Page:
Law on extended producer responsibility a major step in tackling plastic waste
The new law on extended producer responsibility (EPR) for plastic waste is a major milestone in tackling plastic waste and its implementation will succeed with sustained collaboration and partnerships among stakeholders. These are the government agencies and local government units (LGUs), manufacturers and importers, NGOs and civil society groups, and consumers and communities, said Chairman and CEO Kais Marzouki of Nestlé PH, one of the country’s largest food and beverage manufacturers.
“The effective implementation of the law is urgently needed to tackle the plastic pollution crisis,” he said.
Republic Act 11898, The Extended Producer Responsibility Act of 2022, defines EPR as the environmental policy approach and practice that now requires producers to be environmentally responsible throughout the life cycle of a product, from manufacture to consumption or use, and especially to its post-consumer or end-of-life stage. Large enterprises are covered, with auditing and annual compliance reports to be submitted. Plastic packaging refers to products used to carry, protect or pack goods for transportation, distribution and sale.
The law mandates establishing or phasing in EPR programs within six months, with yearly incremental target recovery rates up to 80 percent by 2028.
“At Nestlé, our purpose is unlocking the power of food to enhance quality of life, today and for generations to come. In serving people, we need natural resources and a healthy planet, and so we strive to do our share to protect the environment and ultimately help regenerate the Earth in our operations,” said Marzouki.
As a voluntary form of EPR, Nestlé PH has been fully plastic neutral for two years as of this August. It has recovered over 52 million kilos of plastic waste as of last July, equivalent to the volume of plastic packaging it put out in the market.
The company’s firsts in the country include making a full transition from plastic to paper straws. Working with the Department of Education (DepEd) and the National Solid Waste Management Commission, it has developed solid waste management modules reaching millions of students in over 20,000 public schools nationwide.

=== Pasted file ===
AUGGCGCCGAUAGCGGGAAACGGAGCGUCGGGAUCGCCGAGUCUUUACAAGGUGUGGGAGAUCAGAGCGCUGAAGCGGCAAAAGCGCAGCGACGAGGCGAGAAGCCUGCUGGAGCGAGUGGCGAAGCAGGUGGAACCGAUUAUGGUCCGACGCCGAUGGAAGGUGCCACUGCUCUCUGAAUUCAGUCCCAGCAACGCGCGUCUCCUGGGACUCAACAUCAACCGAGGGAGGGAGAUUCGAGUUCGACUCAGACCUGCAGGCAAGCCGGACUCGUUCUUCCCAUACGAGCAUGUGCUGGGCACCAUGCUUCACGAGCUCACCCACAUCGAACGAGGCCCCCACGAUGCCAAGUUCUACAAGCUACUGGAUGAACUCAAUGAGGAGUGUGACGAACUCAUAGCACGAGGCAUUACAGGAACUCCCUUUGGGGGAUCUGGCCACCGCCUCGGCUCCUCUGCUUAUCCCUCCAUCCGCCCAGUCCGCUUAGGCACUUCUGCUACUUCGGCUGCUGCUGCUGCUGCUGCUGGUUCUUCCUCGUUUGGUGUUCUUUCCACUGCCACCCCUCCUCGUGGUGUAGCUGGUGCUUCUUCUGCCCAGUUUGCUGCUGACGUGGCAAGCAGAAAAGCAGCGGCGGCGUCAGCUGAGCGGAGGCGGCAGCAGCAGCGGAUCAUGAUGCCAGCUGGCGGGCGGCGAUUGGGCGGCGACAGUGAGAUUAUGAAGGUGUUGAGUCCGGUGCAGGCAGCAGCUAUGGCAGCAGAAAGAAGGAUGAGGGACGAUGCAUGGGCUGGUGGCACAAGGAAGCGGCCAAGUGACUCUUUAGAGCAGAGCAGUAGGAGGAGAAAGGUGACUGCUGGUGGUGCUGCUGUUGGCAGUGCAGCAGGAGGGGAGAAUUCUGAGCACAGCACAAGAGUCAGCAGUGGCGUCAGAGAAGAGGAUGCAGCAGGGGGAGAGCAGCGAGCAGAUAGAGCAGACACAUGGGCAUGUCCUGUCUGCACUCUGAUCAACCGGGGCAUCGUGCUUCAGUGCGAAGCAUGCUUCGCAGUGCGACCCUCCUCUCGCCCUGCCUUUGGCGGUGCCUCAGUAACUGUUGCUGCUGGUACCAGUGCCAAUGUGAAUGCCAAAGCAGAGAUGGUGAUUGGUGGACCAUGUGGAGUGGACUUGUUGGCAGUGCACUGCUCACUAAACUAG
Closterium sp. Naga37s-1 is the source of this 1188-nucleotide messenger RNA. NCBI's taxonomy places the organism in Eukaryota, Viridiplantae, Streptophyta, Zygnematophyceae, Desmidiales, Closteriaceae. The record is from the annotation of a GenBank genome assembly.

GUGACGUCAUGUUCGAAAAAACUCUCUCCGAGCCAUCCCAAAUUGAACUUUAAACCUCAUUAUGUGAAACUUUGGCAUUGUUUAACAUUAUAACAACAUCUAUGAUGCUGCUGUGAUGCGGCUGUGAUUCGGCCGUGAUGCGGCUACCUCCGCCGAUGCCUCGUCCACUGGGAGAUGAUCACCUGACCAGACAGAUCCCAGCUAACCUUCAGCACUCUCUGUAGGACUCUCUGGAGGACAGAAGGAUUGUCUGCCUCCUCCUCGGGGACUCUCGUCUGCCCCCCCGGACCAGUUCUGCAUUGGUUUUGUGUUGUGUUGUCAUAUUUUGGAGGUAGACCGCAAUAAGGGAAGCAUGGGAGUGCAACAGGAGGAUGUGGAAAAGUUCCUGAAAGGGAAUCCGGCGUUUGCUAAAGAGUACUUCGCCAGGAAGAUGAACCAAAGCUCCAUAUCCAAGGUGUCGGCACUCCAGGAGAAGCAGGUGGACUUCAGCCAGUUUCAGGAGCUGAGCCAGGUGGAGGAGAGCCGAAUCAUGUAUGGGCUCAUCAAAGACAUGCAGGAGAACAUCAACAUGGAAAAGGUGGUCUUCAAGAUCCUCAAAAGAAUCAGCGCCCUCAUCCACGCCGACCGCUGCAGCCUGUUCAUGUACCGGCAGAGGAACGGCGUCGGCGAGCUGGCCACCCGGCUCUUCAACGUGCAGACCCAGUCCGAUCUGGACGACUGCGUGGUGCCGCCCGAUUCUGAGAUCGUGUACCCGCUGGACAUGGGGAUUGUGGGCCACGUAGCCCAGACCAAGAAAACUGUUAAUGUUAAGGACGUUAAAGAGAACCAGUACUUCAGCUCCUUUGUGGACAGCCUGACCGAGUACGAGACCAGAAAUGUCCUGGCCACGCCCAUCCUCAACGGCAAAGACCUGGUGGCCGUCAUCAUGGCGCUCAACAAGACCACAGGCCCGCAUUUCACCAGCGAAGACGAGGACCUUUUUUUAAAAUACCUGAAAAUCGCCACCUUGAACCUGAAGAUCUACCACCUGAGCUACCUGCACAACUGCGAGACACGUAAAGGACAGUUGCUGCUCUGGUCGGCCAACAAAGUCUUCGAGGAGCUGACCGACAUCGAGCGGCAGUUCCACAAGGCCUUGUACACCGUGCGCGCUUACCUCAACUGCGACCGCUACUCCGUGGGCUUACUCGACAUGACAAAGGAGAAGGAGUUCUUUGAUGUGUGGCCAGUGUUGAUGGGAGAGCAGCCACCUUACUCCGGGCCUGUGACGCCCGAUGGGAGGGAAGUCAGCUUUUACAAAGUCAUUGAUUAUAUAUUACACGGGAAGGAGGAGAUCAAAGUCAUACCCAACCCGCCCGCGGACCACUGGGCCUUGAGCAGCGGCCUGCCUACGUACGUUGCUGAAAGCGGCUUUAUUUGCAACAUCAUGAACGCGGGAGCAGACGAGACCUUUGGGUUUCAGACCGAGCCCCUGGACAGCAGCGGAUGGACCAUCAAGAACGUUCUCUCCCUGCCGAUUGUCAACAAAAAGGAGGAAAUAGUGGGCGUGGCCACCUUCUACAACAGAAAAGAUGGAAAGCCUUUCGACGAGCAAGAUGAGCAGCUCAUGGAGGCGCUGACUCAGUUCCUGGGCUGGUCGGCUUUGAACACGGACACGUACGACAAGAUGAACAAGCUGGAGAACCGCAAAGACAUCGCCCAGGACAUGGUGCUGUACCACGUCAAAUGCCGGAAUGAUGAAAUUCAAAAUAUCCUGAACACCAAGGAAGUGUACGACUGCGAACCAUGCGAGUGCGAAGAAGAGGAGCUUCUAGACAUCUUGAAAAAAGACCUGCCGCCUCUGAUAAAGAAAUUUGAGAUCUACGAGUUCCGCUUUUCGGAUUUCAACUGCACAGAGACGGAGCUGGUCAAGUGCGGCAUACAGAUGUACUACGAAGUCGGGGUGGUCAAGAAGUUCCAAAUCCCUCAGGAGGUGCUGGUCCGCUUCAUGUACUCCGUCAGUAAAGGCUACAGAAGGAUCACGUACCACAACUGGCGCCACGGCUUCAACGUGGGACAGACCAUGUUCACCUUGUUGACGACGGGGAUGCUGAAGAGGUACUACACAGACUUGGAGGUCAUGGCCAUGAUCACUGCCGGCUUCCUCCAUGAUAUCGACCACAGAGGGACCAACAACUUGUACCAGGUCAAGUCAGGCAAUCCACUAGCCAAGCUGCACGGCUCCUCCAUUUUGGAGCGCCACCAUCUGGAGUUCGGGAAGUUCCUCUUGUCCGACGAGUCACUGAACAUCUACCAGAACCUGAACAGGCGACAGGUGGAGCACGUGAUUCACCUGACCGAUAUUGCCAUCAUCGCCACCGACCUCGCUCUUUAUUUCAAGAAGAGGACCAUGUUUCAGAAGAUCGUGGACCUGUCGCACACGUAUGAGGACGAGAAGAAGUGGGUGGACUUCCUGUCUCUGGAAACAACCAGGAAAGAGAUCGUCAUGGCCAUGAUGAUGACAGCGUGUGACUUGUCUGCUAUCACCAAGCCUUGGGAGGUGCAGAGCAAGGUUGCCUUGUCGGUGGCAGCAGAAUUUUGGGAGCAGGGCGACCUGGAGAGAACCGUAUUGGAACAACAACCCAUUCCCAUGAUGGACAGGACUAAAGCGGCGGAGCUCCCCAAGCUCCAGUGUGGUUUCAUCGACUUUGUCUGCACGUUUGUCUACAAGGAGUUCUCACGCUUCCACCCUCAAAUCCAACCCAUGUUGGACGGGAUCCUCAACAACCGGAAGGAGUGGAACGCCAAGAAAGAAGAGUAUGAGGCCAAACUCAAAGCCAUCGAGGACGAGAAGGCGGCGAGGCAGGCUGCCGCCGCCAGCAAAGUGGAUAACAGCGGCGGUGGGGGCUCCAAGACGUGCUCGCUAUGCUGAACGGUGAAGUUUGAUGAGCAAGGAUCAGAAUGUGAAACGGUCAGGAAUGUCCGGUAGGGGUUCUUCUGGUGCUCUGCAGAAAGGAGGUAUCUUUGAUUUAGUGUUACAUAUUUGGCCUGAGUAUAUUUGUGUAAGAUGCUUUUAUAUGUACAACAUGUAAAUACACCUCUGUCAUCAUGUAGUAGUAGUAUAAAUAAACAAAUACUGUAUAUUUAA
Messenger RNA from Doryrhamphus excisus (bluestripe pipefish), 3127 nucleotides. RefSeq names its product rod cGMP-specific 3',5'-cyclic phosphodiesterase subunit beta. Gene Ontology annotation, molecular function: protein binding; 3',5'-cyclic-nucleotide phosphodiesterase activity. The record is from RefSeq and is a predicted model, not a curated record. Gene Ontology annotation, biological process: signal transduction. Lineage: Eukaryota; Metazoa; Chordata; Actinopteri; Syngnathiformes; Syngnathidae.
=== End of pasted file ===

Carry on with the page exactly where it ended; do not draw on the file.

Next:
With the Department of Environment and Natural Resources, it is helping to train LGUs on solid waste management.
Through the Bear Brand Tibayanihan project, since 2016 Nestlé PH has provided over 12,000 benches and chairs made of upcycled Bear Brand packs for 131 public schools through the DepEd. This year, another 5,000 Tibay chairs will be turned over to schools in 12 cities nationwide.
The firm has reduced its use of plastic year-on-year since the early 1990s and continues to accelerate this process. By 2025 its packaging including plastics will be 100 percent recyclable or reusable, and it will cut virgin plastics consumption by 1/3. Since 2016, all its factories have attained zero waste to landfill status.
“Plastic pollution has complex challenges that need a collective, whole of society approach. With the commitment and participation of our employees, we will strengthen our collaboration with public and private sector partners to continue breaking new ground towards a waste-free future.
“As the EPR law is implemented, we will intensify our efforts in searching for packaging alternatives while working to reduce plastic use, putting in place collection and recycling mechanisms, and mobilizing consumer involvement and participation.
“Beyond investing in sustainability practices which is integral to our business, at Nestlé we are on a journey to regeneration. An important aspect of this is helping to protect, renew and restore the environment. We are joining hands with other stakeholders to create a cleaner, healthier and more resilient planet for future generations,” Marzouki said.
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